It was not clear if any journalists were among the victims.
In late September 2015, the Taliban attacked Kunduz, overwhelming local forces and briefly seizing the city. It was only through extensive US air support that the Taliban were repelled.
The event garnered particular global attention after a US gunship struck a hospital run by Medecins Sans Frontieres (Doctors Without Borders), killing dozens of patients and staff.
The fall of Kunduz also underscored the vulnerability of Afghan security forces and played a role in stopping the pull-out of US forces under then president Barack Obama.
Since then the city has come under frequent Taliban attack, but the insurgents have been unable to pull off a full capture.
Here is a timeline for the nearly two decades of US intervention in Afghanistan:
‘War on terror’
On October 7, 2001 – less than a month after the September 11 attacks that killed around 3,000 people in New York and Washington – President George W. Bush launches operation “Enduring Freedom” in Afghanistan.
The country’s fundamentalist Taliban regime had been sheltering Osama bin Laden and his Al-Qaeda movement, accused of the attacks.
The operation opens a military front in the US “war on terrorism”.
Within weeks US-led forces overthrow the Taliban, in power since 1996.
Besides carrying out air strikes, Washington also lends support to the Afghan Northern Alliance fighting the Taliban, contributing paramilitary teams from the CIA and special forces.
About 1,000 American soldiers are on the ground by November 2001, the number rising to 10,000 the next year.
US attention is diverted from Afghanistan when US forces invade Iraq in 2003 to oust dictator Saddam Hussein, accused of harboring weapons of mass destruction.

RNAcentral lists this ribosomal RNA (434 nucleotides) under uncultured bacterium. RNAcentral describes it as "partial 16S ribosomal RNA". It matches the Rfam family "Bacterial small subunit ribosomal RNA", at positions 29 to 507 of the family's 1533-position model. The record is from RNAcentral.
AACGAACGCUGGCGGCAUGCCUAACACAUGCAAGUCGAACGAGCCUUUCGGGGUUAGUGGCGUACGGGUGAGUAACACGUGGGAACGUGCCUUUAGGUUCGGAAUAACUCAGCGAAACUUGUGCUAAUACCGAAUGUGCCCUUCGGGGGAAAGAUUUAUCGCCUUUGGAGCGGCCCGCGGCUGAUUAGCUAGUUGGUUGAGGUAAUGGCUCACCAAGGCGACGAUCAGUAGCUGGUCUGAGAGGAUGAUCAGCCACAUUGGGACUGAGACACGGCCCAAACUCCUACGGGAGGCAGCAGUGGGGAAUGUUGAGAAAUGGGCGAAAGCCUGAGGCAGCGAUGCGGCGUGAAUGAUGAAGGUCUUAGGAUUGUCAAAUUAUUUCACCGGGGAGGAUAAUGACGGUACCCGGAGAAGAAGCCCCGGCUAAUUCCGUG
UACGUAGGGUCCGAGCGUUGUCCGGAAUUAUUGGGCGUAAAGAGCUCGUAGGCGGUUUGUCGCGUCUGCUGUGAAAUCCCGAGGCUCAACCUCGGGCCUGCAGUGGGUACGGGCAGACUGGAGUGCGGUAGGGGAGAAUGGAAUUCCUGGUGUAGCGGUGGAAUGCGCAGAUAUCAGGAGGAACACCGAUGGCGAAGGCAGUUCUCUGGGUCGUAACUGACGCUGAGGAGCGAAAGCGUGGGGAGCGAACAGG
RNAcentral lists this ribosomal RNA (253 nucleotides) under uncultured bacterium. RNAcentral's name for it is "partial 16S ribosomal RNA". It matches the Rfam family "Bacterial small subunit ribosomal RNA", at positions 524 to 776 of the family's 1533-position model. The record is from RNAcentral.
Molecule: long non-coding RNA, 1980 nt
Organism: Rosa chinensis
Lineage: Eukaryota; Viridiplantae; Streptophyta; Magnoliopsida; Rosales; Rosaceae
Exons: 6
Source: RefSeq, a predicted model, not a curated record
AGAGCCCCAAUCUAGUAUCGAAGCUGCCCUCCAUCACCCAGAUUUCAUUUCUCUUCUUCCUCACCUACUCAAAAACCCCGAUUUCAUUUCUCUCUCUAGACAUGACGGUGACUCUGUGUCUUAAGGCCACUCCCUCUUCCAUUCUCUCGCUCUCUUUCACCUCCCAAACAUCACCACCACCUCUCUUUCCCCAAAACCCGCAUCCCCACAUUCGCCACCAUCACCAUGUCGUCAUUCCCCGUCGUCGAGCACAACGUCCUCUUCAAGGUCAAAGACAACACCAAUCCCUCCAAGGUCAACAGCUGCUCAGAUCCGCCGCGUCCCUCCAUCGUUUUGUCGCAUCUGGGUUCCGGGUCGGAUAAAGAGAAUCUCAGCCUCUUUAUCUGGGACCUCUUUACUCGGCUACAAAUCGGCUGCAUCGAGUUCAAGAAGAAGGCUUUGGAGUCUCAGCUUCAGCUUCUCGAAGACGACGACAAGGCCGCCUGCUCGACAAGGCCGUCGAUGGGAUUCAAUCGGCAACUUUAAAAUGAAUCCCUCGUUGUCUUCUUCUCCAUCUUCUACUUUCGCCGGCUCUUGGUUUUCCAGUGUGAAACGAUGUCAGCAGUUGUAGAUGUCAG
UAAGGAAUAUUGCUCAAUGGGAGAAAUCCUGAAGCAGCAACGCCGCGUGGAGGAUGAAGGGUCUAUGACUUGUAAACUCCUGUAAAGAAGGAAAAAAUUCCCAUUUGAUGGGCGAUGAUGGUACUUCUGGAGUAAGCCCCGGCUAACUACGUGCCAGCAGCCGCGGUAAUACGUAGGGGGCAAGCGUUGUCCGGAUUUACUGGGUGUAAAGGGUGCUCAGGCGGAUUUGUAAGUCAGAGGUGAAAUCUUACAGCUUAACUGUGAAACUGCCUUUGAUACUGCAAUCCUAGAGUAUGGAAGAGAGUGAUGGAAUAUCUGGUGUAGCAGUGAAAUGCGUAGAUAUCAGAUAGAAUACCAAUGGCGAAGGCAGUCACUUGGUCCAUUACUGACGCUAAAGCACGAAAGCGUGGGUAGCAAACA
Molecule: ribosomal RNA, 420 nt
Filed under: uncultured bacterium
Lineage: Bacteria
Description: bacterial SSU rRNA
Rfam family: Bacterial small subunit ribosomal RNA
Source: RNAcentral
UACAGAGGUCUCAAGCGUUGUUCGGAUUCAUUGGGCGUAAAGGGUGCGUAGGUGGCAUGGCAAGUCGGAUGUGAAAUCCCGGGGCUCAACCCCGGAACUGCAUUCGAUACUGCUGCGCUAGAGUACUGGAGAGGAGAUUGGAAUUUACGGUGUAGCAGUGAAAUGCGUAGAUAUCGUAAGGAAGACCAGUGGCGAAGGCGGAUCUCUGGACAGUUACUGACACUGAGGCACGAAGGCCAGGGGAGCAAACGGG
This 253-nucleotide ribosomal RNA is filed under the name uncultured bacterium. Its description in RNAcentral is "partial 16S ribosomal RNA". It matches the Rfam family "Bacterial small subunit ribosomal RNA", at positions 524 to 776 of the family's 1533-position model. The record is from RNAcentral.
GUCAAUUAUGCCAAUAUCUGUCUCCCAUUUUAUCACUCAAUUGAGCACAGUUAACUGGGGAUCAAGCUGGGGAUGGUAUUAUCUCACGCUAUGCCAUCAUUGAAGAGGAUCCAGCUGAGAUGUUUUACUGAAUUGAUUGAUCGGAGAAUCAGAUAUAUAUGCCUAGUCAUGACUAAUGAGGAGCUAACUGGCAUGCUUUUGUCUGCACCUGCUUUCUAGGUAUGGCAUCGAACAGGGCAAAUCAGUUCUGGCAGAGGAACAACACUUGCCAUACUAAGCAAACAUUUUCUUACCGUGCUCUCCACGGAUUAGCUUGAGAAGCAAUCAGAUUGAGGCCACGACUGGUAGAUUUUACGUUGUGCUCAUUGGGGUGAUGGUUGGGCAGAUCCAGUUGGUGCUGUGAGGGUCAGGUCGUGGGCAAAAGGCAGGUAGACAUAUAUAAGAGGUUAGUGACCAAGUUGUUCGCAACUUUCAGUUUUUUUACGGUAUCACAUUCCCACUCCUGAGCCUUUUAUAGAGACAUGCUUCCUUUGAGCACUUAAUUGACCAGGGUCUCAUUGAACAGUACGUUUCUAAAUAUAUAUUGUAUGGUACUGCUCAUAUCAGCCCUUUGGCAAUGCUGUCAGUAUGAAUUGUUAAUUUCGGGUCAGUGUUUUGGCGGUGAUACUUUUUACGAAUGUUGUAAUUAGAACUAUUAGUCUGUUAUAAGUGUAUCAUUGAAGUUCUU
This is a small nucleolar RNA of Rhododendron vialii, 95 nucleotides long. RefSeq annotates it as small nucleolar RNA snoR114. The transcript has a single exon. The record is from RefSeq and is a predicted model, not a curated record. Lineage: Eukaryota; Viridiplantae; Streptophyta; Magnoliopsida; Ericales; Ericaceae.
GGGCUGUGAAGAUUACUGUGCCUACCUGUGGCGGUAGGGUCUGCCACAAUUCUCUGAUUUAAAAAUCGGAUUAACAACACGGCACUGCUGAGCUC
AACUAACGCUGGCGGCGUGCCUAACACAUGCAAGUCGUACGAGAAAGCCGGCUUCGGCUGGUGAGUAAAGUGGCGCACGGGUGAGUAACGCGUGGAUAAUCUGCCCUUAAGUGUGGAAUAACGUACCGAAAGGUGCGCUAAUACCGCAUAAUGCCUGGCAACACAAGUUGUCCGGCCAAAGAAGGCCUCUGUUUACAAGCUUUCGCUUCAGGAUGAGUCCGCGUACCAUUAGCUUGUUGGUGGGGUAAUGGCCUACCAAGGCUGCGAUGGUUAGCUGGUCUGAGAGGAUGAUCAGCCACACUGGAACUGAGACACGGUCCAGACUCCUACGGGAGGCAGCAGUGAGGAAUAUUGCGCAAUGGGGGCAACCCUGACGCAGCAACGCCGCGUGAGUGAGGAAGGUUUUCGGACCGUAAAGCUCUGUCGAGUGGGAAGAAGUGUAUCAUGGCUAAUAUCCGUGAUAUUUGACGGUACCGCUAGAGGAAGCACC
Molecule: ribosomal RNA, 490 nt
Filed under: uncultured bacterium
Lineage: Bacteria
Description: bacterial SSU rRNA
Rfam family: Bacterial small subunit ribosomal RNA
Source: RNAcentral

The Taliban and other Islamist outfits regroup in their strongholds in southern and eastern Afghanistan, from where they can easily travel among their bases in Pakistan’s tribal zones, and launch an insurgency.
In 2008 the US command in Afghanistan calls for more manpower. Bush sends additional soldiers and about 48,500 US troops are deployed.
Peak of 100,000 troops
In 2009 Barack Obama – elected president on campaign promises to end the Iraq and Afghanistan wars – boosts the US deployment to around 68,000. In December he sends another 30,000.
The objective is to put brakes on the growing Taliban insurgency and to strengthen Afghan institutions.
By 2012 more than 150,000 foreign soldiers are deployed in Afghanistan, of whom 100,000 are American.
Bin Laden killed
Bin Laden is killed on May 2, 2011 in a US special forces operation in Pakistan.
Combat operations end
On December 31, 2014 the NATO alliance ends its combat mission in Afghanistan. But, under agreements reached a few months earlier, 12,500 foreign soldiers – of whom 9,800 are American – remain to train Afghan troops and conduct anti-terrorist operations.
Security in Afghanistan degenerates as the Taliban’s insurgency spreads, with the Islamic State (IS) group also becoming active in early 2015.
In July 2016, Obama slows the planned pace of withdrawal of US troops, saying 8,400 will remain into 2017.
MSF clinic bombed
In October 2015, during intense fighting for the northeastern provincial capital Kunduz, a US airstrike hits a Medecins Sans Frontieres (Doctors Without Borders) hospital, killing 42 people, including 24 patients.
Mega bomb against IS
In April 2017, the US military drops the largest non-nuclear bomb it has ever used in combat on an Islamic State network of tunnels and caves in eastern Afghanistan. Afghan officials say it killed 96 jihadists.
In August 2017, new US President Donald Trump scraps any timetables for a US pullout and re-commits thousands more soldiers.
In mid-November, some 3,000 soldiers arrive to reinforce the 11,000 troops already deployed.
However, deadly attacks multiply, especially against Afghan forces. The US steps up air strikes dramatically.
In mid-2018, Washington and Taliban representatives discreetly open talks in Doha focused on slashing the US military footprint in Afghanistan.
In return, the US demands that the Taliban prevent the country from being used as a safe haven for jihadist groups including Al-Qaeda. Talks are also focusing on a ceasefire and the opening of talks with the Kabul government.